Archaeologists from the Office for Monument Preservation and Archaeology have made a significant discovery. They found a substantial Roman complex while digging in a gravel quarry near Cham-Oberwil, situated in the Canton of Zug, Switzerland.
Positioned on a raised spot in the Äbnetwald area, the site holds traces of old villages and burial grounds from the time when people used bronze and iron. The Office for Monument Preservation and Archaeology has been doing emergency excavations at the dig site since the 1990s.
Discovery of big Roman structures
Remains of the walls of a Roman building complex built around 2000 years ago have been discovered in a gravel pit in Cham, a municipality in canton Zug. According to the canton's Office for Historical Monuments and Archaeology of canton Zug, the discovery is "a sensation". pic.twitter.com/JeY3TAoljn
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In a recent study, experts uncovered a bunch of big Roman structures and rooms. These are part of a bigger setup that covers at least five hundred square meters.
New archaeological findings suggest that the complex is about two thousand years old. This is revealing fresh information to researchers about a significant period when the Romans occupied the pre-Alpine area in Central Switzerland.
This insight is particularly noteworthy because it is the first time in nearly a century that such detailed information about this occupation has come to light.
Preservation of the buildings
According to Christa Ebnöther, who is a Professor of Archaeology at the University of Bern, there are only a handful of large buildings like these known from Roman times in the pre-Alpine region, unlike in other areas.
She added that “what is also astounding is the relatively good preservation of the remains.”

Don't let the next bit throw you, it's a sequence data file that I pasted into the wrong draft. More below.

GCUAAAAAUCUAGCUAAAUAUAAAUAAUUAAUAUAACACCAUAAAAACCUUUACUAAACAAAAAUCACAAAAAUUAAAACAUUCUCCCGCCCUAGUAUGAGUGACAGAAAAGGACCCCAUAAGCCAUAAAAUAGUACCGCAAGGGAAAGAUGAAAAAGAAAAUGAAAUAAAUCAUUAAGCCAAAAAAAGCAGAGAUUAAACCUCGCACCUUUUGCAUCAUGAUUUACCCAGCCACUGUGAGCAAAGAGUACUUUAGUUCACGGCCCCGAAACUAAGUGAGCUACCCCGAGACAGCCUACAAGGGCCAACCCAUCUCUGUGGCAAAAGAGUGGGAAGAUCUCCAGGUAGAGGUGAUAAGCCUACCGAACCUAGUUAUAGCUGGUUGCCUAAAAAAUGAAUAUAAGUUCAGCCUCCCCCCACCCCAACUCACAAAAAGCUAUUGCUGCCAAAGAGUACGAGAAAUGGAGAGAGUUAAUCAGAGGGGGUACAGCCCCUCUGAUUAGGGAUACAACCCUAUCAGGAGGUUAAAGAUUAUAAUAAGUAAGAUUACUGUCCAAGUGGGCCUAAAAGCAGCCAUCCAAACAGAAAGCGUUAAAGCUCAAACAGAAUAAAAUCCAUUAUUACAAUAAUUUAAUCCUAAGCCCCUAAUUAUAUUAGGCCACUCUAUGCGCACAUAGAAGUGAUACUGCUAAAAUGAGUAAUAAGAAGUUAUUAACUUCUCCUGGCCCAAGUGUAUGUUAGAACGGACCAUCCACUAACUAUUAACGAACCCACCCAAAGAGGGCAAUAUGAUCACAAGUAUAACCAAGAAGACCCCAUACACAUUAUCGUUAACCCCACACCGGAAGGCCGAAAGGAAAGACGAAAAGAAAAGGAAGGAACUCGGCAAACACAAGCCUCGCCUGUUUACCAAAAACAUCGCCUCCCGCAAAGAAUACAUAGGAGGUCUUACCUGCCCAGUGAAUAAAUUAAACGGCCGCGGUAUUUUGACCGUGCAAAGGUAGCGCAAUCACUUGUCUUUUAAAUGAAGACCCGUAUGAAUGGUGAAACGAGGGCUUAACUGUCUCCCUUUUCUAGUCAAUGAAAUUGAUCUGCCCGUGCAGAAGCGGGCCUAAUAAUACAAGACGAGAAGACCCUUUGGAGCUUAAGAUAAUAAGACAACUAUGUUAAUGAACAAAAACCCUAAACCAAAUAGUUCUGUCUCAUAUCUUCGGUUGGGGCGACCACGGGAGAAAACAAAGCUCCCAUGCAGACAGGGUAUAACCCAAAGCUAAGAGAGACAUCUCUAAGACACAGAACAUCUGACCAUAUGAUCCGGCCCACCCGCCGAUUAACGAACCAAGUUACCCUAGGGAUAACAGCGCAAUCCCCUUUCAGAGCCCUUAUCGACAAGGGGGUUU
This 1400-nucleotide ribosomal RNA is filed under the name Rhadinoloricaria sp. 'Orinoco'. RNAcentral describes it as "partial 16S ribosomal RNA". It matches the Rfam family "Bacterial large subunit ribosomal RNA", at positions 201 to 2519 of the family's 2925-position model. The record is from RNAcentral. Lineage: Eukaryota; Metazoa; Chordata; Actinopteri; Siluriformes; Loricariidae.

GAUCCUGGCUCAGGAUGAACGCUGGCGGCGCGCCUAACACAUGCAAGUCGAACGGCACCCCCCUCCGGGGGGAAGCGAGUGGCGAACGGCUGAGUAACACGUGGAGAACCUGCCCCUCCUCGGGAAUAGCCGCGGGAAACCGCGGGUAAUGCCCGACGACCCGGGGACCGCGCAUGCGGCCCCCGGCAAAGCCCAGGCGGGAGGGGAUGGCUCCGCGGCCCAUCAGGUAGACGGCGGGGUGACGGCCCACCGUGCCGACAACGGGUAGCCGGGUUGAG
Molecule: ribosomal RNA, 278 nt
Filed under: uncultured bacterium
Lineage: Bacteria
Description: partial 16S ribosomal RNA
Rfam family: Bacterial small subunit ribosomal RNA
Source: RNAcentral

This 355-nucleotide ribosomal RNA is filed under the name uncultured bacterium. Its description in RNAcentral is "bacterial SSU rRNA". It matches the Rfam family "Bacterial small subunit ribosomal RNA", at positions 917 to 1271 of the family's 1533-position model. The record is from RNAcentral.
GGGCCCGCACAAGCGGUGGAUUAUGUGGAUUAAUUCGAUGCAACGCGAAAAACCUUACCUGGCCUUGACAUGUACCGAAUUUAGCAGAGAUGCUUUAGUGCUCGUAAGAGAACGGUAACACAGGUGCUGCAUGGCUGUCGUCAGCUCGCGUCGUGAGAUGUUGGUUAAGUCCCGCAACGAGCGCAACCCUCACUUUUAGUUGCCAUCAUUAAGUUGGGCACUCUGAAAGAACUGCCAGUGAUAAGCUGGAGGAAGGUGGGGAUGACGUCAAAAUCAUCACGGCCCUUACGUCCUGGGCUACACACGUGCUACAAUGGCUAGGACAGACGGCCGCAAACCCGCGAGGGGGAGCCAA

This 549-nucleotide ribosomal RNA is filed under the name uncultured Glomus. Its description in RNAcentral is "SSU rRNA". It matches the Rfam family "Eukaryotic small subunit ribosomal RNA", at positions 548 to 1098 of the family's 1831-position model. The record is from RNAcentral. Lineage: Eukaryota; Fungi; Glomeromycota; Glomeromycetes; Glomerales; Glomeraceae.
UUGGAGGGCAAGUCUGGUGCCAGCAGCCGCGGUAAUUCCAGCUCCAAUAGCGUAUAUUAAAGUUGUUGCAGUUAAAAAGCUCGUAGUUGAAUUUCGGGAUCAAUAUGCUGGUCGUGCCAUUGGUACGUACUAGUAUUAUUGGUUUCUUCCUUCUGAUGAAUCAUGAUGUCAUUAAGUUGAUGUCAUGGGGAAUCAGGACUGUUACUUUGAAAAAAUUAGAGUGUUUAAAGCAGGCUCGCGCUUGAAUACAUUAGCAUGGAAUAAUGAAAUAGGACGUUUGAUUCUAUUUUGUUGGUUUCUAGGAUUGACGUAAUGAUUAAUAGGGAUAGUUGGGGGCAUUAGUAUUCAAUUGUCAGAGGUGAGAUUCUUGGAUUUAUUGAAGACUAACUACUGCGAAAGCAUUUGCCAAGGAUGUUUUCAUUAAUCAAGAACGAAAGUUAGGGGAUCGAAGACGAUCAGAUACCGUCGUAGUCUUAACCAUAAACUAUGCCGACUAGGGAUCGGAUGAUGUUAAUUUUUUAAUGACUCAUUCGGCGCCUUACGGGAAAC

Although the exact purpose and size of the complex remain uncertain, archaeologists are still working to figure it out. They think it could have been a big fancy house, kind of like a villa, or maybe even a special building like a temple.
More about the complex
Apart from discovering the foundational walls of the Roman complex, the team has also come across ordinary items as well as valuable objects that hint at a higher status.
These include Roman tableware that was brought from Italy and Gaul, a piece of gold, coins, glass containers, parts of amphorae, and a significant collection of iron nails which were likely used in constructing wooden structures.
Karin Artho, who leads the Office for Monument Preservation and Archaeology, expressed gratitude for the excellent teamwork. She mentioned that this collaboration has allowed them to record many discoveries and safeguard important artifacts in recent years.
According to her, “These pieces of the puzzle make it possible to trace the life of our ancestors and to better understand our history.”